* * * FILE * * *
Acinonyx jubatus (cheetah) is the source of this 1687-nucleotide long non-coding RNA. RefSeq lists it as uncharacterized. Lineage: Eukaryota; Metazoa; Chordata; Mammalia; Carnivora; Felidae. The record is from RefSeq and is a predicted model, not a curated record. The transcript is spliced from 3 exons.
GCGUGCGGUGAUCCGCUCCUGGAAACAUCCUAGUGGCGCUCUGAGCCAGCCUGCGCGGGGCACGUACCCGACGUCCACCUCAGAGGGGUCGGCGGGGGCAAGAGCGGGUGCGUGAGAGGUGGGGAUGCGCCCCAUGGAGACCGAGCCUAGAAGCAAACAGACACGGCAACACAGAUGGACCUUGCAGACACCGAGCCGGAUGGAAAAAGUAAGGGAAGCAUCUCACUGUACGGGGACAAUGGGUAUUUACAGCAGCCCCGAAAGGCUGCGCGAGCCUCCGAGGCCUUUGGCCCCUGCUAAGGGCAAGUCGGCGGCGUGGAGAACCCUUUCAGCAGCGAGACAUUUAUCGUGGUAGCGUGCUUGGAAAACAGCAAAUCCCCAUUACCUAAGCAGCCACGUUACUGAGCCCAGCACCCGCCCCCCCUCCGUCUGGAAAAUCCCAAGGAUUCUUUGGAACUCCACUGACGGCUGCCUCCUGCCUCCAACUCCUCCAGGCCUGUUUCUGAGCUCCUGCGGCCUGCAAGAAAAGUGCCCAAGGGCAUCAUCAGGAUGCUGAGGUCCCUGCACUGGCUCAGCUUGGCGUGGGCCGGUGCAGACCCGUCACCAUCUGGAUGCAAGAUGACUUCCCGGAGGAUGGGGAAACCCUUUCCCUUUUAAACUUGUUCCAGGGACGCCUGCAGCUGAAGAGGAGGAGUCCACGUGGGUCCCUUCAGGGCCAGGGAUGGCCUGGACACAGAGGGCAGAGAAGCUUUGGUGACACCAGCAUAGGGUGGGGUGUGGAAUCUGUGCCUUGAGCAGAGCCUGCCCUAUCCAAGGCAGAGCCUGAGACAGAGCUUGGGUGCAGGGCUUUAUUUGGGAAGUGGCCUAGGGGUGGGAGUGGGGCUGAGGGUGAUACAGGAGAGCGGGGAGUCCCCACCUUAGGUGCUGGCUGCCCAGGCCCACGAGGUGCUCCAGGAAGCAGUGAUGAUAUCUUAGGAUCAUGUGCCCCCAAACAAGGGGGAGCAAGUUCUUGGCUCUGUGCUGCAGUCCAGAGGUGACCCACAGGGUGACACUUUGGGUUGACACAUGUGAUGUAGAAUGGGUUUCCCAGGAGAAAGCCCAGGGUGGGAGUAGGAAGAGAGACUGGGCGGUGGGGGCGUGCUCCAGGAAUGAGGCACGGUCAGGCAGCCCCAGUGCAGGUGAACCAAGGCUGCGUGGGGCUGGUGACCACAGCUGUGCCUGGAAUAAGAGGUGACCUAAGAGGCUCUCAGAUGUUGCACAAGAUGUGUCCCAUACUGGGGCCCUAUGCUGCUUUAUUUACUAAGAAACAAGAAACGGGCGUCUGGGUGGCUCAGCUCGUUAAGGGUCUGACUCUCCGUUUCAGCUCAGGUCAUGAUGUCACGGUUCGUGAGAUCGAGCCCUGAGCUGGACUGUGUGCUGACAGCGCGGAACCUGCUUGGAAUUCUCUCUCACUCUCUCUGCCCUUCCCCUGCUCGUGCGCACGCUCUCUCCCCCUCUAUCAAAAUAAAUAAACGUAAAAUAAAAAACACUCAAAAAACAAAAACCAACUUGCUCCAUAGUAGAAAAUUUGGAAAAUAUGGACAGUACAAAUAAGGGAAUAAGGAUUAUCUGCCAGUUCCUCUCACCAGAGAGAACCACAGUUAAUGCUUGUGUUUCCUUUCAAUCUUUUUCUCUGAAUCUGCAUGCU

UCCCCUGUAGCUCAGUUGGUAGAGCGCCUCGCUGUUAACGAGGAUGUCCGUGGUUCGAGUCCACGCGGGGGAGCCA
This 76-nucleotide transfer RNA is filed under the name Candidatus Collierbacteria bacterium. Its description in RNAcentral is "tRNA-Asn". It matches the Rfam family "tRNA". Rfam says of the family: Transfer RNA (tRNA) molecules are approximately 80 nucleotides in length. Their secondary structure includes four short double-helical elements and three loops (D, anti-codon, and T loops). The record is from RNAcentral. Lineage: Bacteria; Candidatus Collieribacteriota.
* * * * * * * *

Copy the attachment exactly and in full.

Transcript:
Acinonyx jubatus (cheetah) is the source of this 1687-nucleotide long non-coding RNA. RefSeq lists it as uncharacterized. Lineage: Eukaryota; Metazoa; Chordata; Mammalia; Carnivora; Felidae. The record is from RefSeq and is a predicted model, not a curated record. The transcript is spliced from 3 exons.
GCGUGCGGUGAUCCGCUCCUGGAAACAUCCUAGUGGCGCUCUGAGCCAGCCUGCGCGGGGCACGUACCCGACGUCCACCUCAGAGGGGUCGGCGGGGGCAAGAGCGGGUGCGUGAGAGGUGGGGAUGCGCCCCAUGGAGACCGAGCCUAGAAGCAAACAGACACGGCAACACAGAUGGACCUUGCAGACACCGAGCCGGAUGGAAAAAGUAAGGGAAGCAUCUCACUGUACGGGGACAAUGGGUAUUUACAGCAGCCCCGAAAGGCUGCGCGAGCCUCCGAGGCCUUUGGCCCCUGCUAAGGGCAAGUCGGCGGCGUGGAGAACCCUUUCAGCAGCGAGACAUUUAUCGUGGUAGCGUGCUUGGAAAACAGCAAAUCCCCAUUACCUAAGCAGCCACGUUACUGAGCCCAGCACCCGCCCCCCCUCCGUCUGGAAAAUCCCAAGGAUUCUUUGGAACUCCACUGACGGCUGCCUCCUGCCUCCAACUCCUCCAGGCCUGUUUCUGAGCUCCUGCGGCCUGCAAGAAAAGUGCCCAAGGGCAUCAUCAGGAUGCUGAGGUCCCUGCACUGGCUCAGCUUGGCGUGGGCCGGUGCAGACCCGUCACCAUCUGGAUGCAAGAUGACUUCCCGGAGGAUGGGGAAACCCUUUCCCUUUUAAACUUGUUCCAGGGACGCCUGCAGCUGAAGAGGAGGAGUCCACGUGGGUCCCUUCAGGGCCAGGGAUGGCCUGGACACAGAGGGCAGAGAAGCUUUGGUGACACCAGCAUAGGGUGGGGUGUGGAAUCUGUGCCUUGAGCAGAGCCUGCCCUAUCCAAGGCAGAGCCUGAGACAGAGCUUGGGUGCAGGGCUUUAUUUGGGAAGUGGCCUAGGGGUGGGAGUGGGGCUGAGGGUGAUACAGGAGAGCGGGGAGUCCCCACCUUAGGUGCUGGCUGCCCAGGCCCACGAGGUGCUCCAGGAAGCAGUGAUGAUAUCUUAGGAUCAUGUGCCCCCAAACAAGGGGGAGCAAGUUCUUGGCUCUGUGCUGCAGUCCAGAGGUGACCCACAGGGUGACACUUUGGGUUGACACAUGUGAUGUAGAAUGGGUUUCCCAGGAGAAAGCCCAGGGUGGGAGUAGGAAGAGAGACUGGGCGGUGGGGGCGUGCUCCAGGAAUGAGGCACGGUCAGGCAGCCCCAGUGCAGGUGAACCAAGGCUGCGUGGGGCUGGUGACCACAGCUGUGCCUGGAAUAAGAGGUGACCUAAGAGGCUCUCAGAUGUUGCACAAGAUGUGUCCCAUACUGGGGCCCUAUGCUGCUUUAUUUACUAAGAAACAAGAAACGGGCGUCUGGGUGGCUCAGCUCGUUAAGGGUCUGACUCUCCGUUUCAGCUCAGGUCAUGAUGUCACGGUUCGUGAGAUCGAGCCCUGAGCUGGACUGUGUGCUGACAGCGCGGAACCUGCUUGGAAUUCUCUCUCACUCUCUCUGCCCUUCCCCUGCUCGUGCGCACGCUCUCUCCCCCUCUAUCAAAAUAAAUAAACGUAAAAUAAAAAACACUCAAAAAACAAAAACCAACUUGCUCCAUAGUAGAAAAUUUGGAAAAUAUGGACAGUACAAAUAAGGGAAUAAGGAUUAUCUGCCAGUUCCUCUCACCAGAGAGAACCACAGUUAAUGCUUGUGUUUCCUUUCAAUCUUUUUCUCUGAAUCUGCAUGCU

UCCCCUGUAGCUCAGUUGGUAGAGCGCCUCGCUGUUAACGAGGAUGUCCGUGGUUCGAGUCCACGCGGGGGAGCCA
This 76-nucleotide transfer RNA is filed under the name Candidatus Collierbacteria bacterium. Its description in RNAcentral is "tRNA-Asn". It matches the Rfam family "tRNA". Rfam says of the family: Transfer RNA (tRNA) molecules are approximately 80 nucleotides in length. Their secondary structure includes four short double-helical elements and three loops (D, anti-codon, and T loops). The record is from RNAcentral. Lineage: Bacteria; Candidatus Collieribacteriota.